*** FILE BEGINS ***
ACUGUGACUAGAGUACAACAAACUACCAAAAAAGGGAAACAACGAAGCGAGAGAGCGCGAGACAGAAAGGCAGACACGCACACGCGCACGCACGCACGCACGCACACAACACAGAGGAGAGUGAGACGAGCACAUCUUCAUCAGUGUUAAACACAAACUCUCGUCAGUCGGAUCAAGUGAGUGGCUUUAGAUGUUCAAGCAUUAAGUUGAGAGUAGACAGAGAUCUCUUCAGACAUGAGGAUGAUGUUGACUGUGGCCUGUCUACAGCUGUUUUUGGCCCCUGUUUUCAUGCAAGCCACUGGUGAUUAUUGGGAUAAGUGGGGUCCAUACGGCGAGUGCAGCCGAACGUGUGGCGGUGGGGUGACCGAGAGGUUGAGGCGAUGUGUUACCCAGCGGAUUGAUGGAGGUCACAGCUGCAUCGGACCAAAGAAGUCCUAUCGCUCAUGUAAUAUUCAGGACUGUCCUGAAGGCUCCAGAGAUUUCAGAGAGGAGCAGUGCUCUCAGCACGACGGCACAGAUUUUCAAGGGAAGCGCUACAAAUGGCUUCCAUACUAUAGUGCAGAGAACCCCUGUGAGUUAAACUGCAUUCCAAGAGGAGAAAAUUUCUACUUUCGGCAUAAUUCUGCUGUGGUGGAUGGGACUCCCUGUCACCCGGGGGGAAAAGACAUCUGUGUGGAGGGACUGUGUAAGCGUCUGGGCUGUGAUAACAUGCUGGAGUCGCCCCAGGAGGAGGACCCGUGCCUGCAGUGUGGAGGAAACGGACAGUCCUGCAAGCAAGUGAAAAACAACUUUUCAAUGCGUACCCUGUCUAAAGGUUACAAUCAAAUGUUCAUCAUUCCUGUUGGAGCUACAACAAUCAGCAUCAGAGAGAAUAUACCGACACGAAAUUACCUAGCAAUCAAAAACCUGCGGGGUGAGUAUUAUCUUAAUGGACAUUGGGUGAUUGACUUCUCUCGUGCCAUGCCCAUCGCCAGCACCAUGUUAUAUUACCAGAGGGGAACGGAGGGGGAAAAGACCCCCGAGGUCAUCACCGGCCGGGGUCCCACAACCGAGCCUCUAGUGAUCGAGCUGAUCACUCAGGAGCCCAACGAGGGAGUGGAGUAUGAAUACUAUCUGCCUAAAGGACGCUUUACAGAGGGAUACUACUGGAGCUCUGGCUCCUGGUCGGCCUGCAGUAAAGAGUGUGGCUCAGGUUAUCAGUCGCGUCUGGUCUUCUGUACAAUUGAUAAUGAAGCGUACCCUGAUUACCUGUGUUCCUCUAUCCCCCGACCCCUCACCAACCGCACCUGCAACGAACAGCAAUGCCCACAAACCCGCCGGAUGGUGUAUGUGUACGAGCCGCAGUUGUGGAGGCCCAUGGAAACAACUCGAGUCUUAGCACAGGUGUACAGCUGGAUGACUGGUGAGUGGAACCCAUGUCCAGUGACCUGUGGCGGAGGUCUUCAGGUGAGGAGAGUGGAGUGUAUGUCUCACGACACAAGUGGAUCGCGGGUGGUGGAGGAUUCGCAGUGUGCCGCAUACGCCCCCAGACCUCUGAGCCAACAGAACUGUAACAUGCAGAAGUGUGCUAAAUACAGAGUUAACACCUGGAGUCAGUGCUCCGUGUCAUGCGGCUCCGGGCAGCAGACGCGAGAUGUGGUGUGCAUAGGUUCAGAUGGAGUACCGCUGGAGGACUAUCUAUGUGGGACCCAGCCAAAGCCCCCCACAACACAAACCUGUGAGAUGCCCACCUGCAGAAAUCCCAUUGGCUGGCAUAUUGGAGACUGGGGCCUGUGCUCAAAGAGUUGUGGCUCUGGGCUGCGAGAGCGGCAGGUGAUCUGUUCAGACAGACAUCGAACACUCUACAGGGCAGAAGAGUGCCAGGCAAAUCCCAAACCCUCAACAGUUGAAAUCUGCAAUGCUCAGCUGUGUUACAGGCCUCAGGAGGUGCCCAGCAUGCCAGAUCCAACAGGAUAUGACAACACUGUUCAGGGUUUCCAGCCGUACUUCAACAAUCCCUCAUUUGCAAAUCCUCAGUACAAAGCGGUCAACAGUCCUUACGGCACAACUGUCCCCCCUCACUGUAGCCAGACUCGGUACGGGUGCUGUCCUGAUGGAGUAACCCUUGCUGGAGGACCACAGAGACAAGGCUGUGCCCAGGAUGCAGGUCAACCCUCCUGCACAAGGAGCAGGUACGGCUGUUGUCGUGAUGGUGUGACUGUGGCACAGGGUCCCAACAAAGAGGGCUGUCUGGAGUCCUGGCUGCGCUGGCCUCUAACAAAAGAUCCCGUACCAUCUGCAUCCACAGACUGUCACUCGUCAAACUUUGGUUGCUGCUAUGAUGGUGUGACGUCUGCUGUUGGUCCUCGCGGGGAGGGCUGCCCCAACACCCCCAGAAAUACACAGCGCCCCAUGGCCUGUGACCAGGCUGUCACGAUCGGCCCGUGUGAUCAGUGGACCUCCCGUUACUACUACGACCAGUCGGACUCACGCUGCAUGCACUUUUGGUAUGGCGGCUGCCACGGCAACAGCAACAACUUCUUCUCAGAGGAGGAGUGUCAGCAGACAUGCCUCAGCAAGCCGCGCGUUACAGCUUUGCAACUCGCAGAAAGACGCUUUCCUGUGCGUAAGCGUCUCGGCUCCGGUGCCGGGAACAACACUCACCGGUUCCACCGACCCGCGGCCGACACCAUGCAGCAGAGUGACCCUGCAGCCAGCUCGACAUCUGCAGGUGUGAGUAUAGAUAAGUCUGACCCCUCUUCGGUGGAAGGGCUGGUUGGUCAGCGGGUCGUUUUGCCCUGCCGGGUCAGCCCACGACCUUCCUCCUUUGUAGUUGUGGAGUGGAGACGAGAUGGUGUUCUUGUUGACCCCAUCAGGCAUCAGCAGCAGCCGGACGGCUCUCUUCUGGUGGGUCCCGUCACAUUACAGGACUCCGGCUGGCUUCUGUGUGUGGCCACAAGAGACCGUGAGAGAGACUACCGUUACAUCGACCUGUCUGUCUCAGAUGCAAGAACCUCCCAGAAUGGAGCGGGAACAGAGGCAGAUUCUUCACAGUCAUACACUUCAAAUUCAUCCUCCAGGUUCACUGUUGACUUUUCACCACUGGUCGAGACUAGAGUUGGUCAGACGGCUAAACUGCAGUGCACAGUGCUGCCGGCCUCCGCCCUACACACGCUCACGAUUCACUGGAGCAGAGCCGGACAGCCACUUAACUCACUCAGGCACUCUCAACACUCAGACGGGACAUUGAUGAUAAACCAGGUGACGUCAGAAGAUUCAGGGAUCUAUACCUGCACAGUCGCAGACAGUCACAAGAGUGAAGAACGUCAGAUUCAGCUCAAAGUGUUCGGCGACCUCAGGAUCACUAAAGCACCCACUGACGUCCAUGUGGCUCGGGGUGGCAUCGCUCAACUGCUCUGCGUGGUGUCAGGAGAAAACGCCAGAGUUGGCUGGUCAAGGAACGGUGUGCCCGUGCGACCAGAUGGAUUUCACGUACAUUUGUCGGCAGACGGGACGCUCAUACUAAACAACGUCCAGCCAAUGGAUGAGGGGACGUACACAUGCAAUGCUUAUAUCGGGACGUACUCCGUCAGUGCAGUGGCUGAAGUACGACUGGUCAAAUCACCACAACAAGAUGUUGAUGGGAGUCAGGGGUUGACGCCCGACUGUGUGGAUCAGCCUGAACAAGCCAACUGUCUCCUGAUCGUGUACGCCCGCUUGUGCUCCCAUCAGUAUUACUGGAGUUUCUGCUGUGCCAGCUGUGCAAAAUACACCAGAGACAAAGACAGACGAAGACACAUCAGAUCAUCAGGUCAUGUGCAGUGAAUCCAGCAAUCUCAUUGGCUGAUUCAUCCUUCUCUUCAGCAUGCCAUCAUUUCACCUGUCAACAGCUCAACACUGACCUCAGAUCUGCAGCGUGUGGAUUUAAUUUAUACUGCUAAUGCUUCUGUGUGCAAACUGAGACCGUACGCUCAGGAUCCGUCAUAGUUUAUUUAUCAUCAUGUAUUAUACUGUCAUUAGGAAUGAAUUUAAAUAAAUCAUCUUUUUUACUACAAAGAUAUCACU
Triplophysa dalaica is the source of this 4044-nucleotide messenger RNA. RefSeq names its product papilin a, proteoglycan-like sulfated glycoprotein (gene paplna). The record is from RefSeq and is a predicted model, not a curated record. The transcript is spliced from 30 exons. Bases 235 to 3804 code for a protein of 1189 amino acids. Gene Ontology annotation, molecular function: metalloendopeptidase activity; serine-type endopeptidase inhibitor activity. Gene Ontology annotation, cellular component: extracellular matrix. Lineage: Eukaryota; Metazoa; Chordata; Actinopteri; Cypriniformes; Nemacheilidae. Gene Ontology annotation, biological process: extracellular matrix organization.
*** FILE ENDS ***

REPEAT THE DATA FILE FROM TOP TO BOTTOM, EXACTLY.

ACUGUGACUAGAGUACAACAAACUACCAAAAAAGGGAAACAACGAAGCGAGAGAGCGCGAGACAGAAAGGCAGACACGCACACGCGCACGCACGCACGCACGCACACAACACAGAGGAGAGUGAGACGAGCACAUCUUCAUCAGUGUUAAACACAAACUCUCGUCAGUCGGAUCAAGUGAGUGGCUUUAGAUGUUCAAGCAUUAAGUUGAGAGUAGACAGAGAUCUCUUCAGACAUGAGGAUGAUGUUGACUGUGGCCUGUCUACAGCUGUUUUUGGCCCCUGUUUUCAUGCAAGCCACUGGUGAUUAUUGGGAUAAGUGGGGUCCAUACGGCGAGUGCAGCCGAACGUGUGGCGGUGGGGUGACCGAGAGGUUGAGGCGAUGUGUUACCCAGCGGAUUGAUGGAGGUCACAGCUGCAUCGGACCAAAGAAGUCCUAUCGCUCAUGUAAUAUUCAGGACUGUCCUGAAGGCUCCAGAGAUUUCAGAGAGGAGCAGUGCUCUCAGCACGACGGCACAGAUUUUCAAGGGAAGCGCUACAAAUGGCUUCCAUACUAUAGUGCAGAGAACCCCUGUGAGUUAAACUGCAUUCCAAGAGGAGAAAAUUUCUACUUUCGGCAUAAUUCUGCUGUGGUGGAUGGGACUCCCUGUCACCCGGGGGGAAAAGACAUCUGUGUGGAGGGACUGUGUAAGCGUCUGGGCUGUGAUAACAUGCUGGAGUCGCCCCAGGAGGAGGACCCGUGCCUGCAGUGUGGAGGAAACGGACAGUCCUGCAAGCAAGUGAAAAACAACUUUUCAAUGCGUACCCUGUCUAAAGGUUACAAUCAAAUGUUCAUCAUUCCUGUUGGAGCUACAACAAUCAGCAUCAGAGAGAAUAUACCGACACGAAAUUACCUAGCAAUCAAAAACCUGCGGGGUGAGUAUUAUCUUAAUGGACAUUGGGUGAUUGACUUCUCUCGUGCCAUGCCCAUCGCCAGCACCAUGUUAUAUUACCAGAGGGGAACGGAGGGGGAAAAGACCCCCGAGGUCAUCACCGGCCGGGGUCCCACAACCGAGCCUCUAGUGAUCGAGCUGAUCACUCAGGAGCCCAACGAGGGAGUGGAGUAUGAAUACUAUCUGCCUAAAGGACGCUUUACAGAGGGAUACUACUGGAGCUCUGGCUCCUGGUCGGCCUGCAGUAAAGAGUGUGGCUCAGGUUAUCAGUCGCGUCUGGUCUUCUGUACAAUUGAUAAUGAAGCGUACCCUGAUUACCUGUGUUCCUCUAUCCCCCGACCCCUCACCAACCGCACCUGCAACGAACAGCAAUGCCCACAAACCCGCCGGAUGGUGUAUGUGUACGAGCCGCAGUUGUGGAGGCCCAUGGAAACAACUCGAGUCUUAGCACAGGUGUACAGCUGGAUGACUGGUGAGUGGAACCCAUGUCCAGUGACCUGUGGCGGAGGUCUUCAGGUGAGGAGAGUGGAGUGUAUGUCUCACGACACAAGUGGAUCGCGGGUGGUGGAGGAUUCGCAGUGUGCCGCAUACGCCCCCAGACCUCUGAGCCAACAGAACUGUAACAUGCAGAAGUGUGCUAAAUACAGAGUUAACACCUGGAGUCAGUGCUCCGUGUCAUGCGGCUCCGGGCAGCAGACGCGAGAUGUGGUGUGCAUAGGUUCAGAUGGAGUACCGCUGGAGGACUAUCUAUGUGGGACCCAGCCAAAGCCCCCCACAACACAAACCUGUGAGAUGCCCACCUGCAGAAAUCCCAUUGGCUGGCAUAUUGGAGACUGGGGCCUGUGCUCAAAGAGUUGUGGCUCUGGGCUGCGAGAGCGGCAGGUGAUCUGUUCAGACAGACAUCGAACACUCUACAGGGCAGAAGAGUGCCAGGCAAAUCCCAAACCCUCAACAGUUGAAAUCUGCAAUGCUCAGCUGUGUUACAGGCCUCAGGAGGUGCCCAGCAUGCCAGAUCCAACAGGAUAUGACAACACUGUUCAGGGUUUCCAGCCGUACUUCAACAAUCCCUCAUUUGCAAAUCCUCAGUACAAAGCGGUCAACAGUCCUUACGGCACAACUGUCCCCCCUCACUGUAGCCAGACUCGGUACGGGUGCUGUCCUGAUGGAGUAACCCUUGCUGGAGGACCACAGAGACAAGGCUGUGCCCAGGAUGCAGGUCAACCCUCCUGCACAAGGAGCAGGUACGGCUGUUGUCGUGAUGGUGUGACUGUGGCACAGGGUCCCAACAAAGAGGGCUGUCUGGAGUCCUGGCUGCGCUGGCCUCUAACAAAAGAUCCCGUACCAUCUGCAUCCACAGACUGUCACUCGUCAAACUUUGGUUGCUGCUAUGAUGGUGUGACGUCUGCUGUUGGUCCUCGCGGGGAGGGCUGCCCCAACACCCCCAGAAAUACACAGCGCCCCAUGGCCUGUGACCAGGCUGUCACGAUCGGCCCGUGUGAUCAGUGGACCUCCCGUUACUACUACGACCAGUCGGACUCACGCUGCAUGCACUUUUGGUAUGGCGGCUGCCACGGCAACAGCAACAACUUCUUCUCAGAGGAGGAGUGUCAGCAGACAUGCCUCAGCAAGCCGCGCGUUACAGCUUUGCAACUCGCAGAAAGACGCUUUCCUGUGCGUAAGCGUCUCGGCUCCGGUGCCGGGAACAACACUCACCGGUUCCACCGACCCGCGGCCGACACCAUGCAGCAGAGUGACCCUGCAGCCAGCUCGACAUCUGCAGGUGUGAGUAUAGAUAAGUCUGACCCCUCUUCGGUGGAAGGGCUGGUUGGUCAGCGGGUCGUUUUGCCCUGCCGGGUCAGCCCACGACCUUCCUCCUUUGUAGUUGUGGAGUGGAGACGAGAUGGUGUUCUUGUUGACCCCAUCAGGCAUCAGCAGCAGCCGGACGGCUCUCUUCUGGUGGGUCCCGUCACAUUACAGGACUCCGGCUGGCUUCUGUGUGUGGCCACAAGAGACCGUGAGAGAGACUACCGUUACAUCGACCUGUCUGUCUCAGAUGCAAGAACCUCCCAGAAUGGAGCGGGAACAGAGGCAGAUUCUUCACAGUCAUACACUUCAAAUUCAUCCUCCAGGUUCACUGUUGACUUUUCACCACUGGUCGAGACUAGAGUUGGUCAGACGGCUAAACUGCAGUGCACAGUGCUGCCGGCCUCCGCCCUACACACGCUCACGAUUCACUGGAGCAGAGCCGGACAGCCACUUAACUCACUCAGGCACUCUCAACACUCAGACGGGACAUUGAUGAUAAACCAGGUGACGUCAGAAGAUUCAGGGAUCUAUACCUGCACAGUCGCAGACAGUCACAAGAGUGAAGAACGUCAGAUUCAGCUCAAAGUGUUCGGCGACCUCAGGAUCACUAAAGCACCCACUGACGUCCAUGUGGCUCGGGGUGGCAUCGCUCAACUGCUCUGCGUGGUGUCAGGAGAAAACGCCAGAGUUGGCUGGUCAAGGAACGGUGUGCCCGUGCGACCAGAUGGAUUUCACGUACAUUUGUCGGCAGACGGGACGCUCAUACUAAACAACGUCCAGCCAAUGGAUGAGGGGACGUACACAUGCAAUGCUUAUAUCGGGACGUACUCCGUCAGUGCAGUGGCUGAAGUACGACUGGUCAAAUCACCACAACAAGAUGUUGAUGGGAGUCAGGGGUUGACGCCCGACUGUGUGGAUCAGCCUGAACAAGCCAACUGUCUCCUGAUCGUGUACGCCCGCUUGUGCUCCCAUCAGUAUUACUGGAGUUUCUGCUGUGCCAGCUGUGCAAAAUACACCAGAGACAAAGACAGACGAAGACACAUCAGAUCAUCAGGUCAUGUGCAGUGAAUCCAGCAAUCUCAUUGGCUGAUUCAUCCUUCUCUUCAGCAUGCCAUCAUUUCACCUGUCAACAGCUCAACACUGACCUCAGAUCUGCAGCGUGUGGAUUUAAUUUAUACUGCUAAUGCUUCUGUGUGCAAACUGAGACCGUACGCUCAGGAUCCGUCAUAGUUUAUUUAUCAUCAUGUAUUAUACUGUCAUUAGGAAUGAAUUUAAAUAAAUCAUCUUUUUUACUACAAAGAUAUCACU
Triplophysa dalaica is the source of this 4044-nucleotide messenger RNA. RefSeq names its product papilin a, proteoglycan-like sulfated glycoprotein (gene paplna). The record is from RefSeq and is a predicted model, not a curated record. The transcript is spliced from 30 exons. Bases 235 to 3804 code for a protein of 1189 amino acids. Gene Ontology annotation, molecular function: metalloendopeptidase activity; serine-type endopeptidase inhibitor activity. Gene Ontology annotation, cellular component: extracellular matrix. Lineage: Eukaryota; Metazoa; Chordata; Actinopteri; Cypriniformes; Nemacheilidae. Gene Ontology annotation, biological process: extracellular matrix organization.